On 21 April, a new permitted development (PD) right came into force enabling the owners of most town centre premises to change from Use Class E (commercial, business and service) to residential use, with only limited consent required from the local planning authority. The new PD right, Class MA, will be exercisable from 1 August 2021. We have written before about the government’s proposals to solve both the problems facing high streets and the housing crisis by introducing housing into town centres by means of a PD right for change of use from the new Use Class E to residential use (see here and here). The impact of such a right could be magnified if proposed changes to national policy curtailing the use of Article 4 Directions go ahead. Concerns have been widely expressed about the potential impact of the new PD right on town centres and high streets. What could the impact on landowners and developers be?
Potential impact on town centres
There has been widespread concern regarding the potential impact of the exercise of the new PD right on the vitality and viability of town centres and high streets, with warnings about irreversible damage that unregulated development could cause and no certainty that residential units will be sustainable or contribute usefully to housing need in the area. Any such impact will affect town centre property values. Any buildings within the wide Use Class E can exercise the right, with no limitations on the number of buildings that can exercise the new right in any one area, nor on the location of buildings that can exercise the new right – the right is not limited to long term vacant commercial units on failing high streets. Apart from in conservation areas, the impact of the change of use of one or more buildings in any area on other users in the area, or on the area as a whole, cannot be taken into consideration by the LPA when determining an application for prior approval. Such an impact could be significant, particularly given the potential for poor quality conversions, because Class MA does not of itself permit physical works to the exterior of the building.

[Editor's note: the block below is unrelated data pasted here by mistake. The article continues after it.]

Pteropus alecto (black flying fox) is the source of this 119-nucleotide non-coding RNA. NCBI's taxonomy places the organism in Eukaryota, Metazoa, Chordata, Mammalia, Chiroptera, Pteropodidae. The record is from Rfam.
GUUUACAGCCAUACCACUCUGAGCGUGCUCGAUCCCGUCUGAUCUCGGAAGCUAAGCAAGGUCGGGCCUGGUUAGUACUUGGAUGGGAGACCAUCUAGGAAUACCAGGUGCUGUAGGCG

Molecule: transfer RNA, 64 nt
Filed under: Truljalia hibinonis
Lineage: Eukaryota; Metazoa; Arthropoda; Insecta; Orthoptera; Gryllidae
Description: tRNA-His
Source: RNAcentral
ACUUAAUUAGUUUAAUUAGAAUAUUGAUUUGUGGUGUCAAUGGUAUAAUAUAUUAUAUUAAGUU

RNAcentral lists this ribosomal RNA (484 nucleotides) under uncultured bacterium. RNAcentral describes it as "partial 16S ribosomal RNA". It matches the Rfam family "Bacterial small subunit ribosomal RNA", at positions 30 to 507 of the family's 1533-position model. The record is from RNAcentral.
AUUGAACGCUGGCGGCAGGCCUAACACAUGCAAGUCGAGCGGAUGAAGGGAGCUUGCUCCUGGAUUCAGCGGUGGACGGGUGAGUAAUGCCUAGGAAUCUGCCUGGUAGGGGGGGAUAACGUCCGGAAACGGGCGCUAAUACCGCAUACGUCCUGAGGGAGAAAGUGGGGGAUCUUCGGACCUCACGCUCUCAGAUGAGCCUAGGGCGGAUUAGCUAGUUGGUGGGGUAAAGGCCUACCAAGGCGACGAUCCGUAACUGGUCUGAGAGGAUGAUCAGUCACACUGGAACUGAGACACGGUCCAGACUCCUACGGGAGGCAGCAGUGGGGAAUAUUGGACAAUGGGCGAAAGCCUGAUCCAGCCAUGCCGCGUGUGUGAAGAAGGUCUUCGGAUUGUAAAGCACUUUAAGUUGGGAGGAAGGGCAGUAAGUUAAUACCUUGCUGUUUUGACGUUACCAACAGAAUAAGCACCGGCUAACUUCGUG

Effects could be magnified once temporary Covid-19 protections for businesses expire (see our blog post of 21 April here). Because no evidence is required that commercial use is no longer viable, multiple landlords may decide that converting empty retail or office premises using the new Class MA PD right offers a quicker way to generate an income stream than other alternatives. Despite the findings of last year’s Open Doors Pilot, widespread exercise of the new right would remove the opportunity for communities to try alternative uses for town centre premises. The role that many town centres currently play as community hubs may change irrevocably, along with patterns of footfall.
Potential impact on developers and landowners
How specific property portfolios are affected will depend on the nature and location of the portfolio, and the extent to which, and the speed with which, the right is taken up in an area.
The new right will provide opportunities: for example, for targeted regeneration by converting selected vacant commercial units, which could boost remaining existing commercial, business or service uses in a portfolio, particularly if advantage is taken of the flexibility offered by Use Class E to try out different business models. The 1,500 sq m floorspace limit could provide up to 40 studio apartments (subject to natural light requirements) – a significant contribution to new resident numbers and footfall in an area. No affordable housing will be required, offering a significant advantage compared to new build housing for which a planning application is needed. Owners interested in taking advantage of the new right should check planning conditions and obligations relating to the property to ensure that there are no restrictions which might prevent the change of use. Tenants will also need to check the terms of their lease, particularly permitted user and development clauses. Express planning permission will be required for any works to the exterior of a property.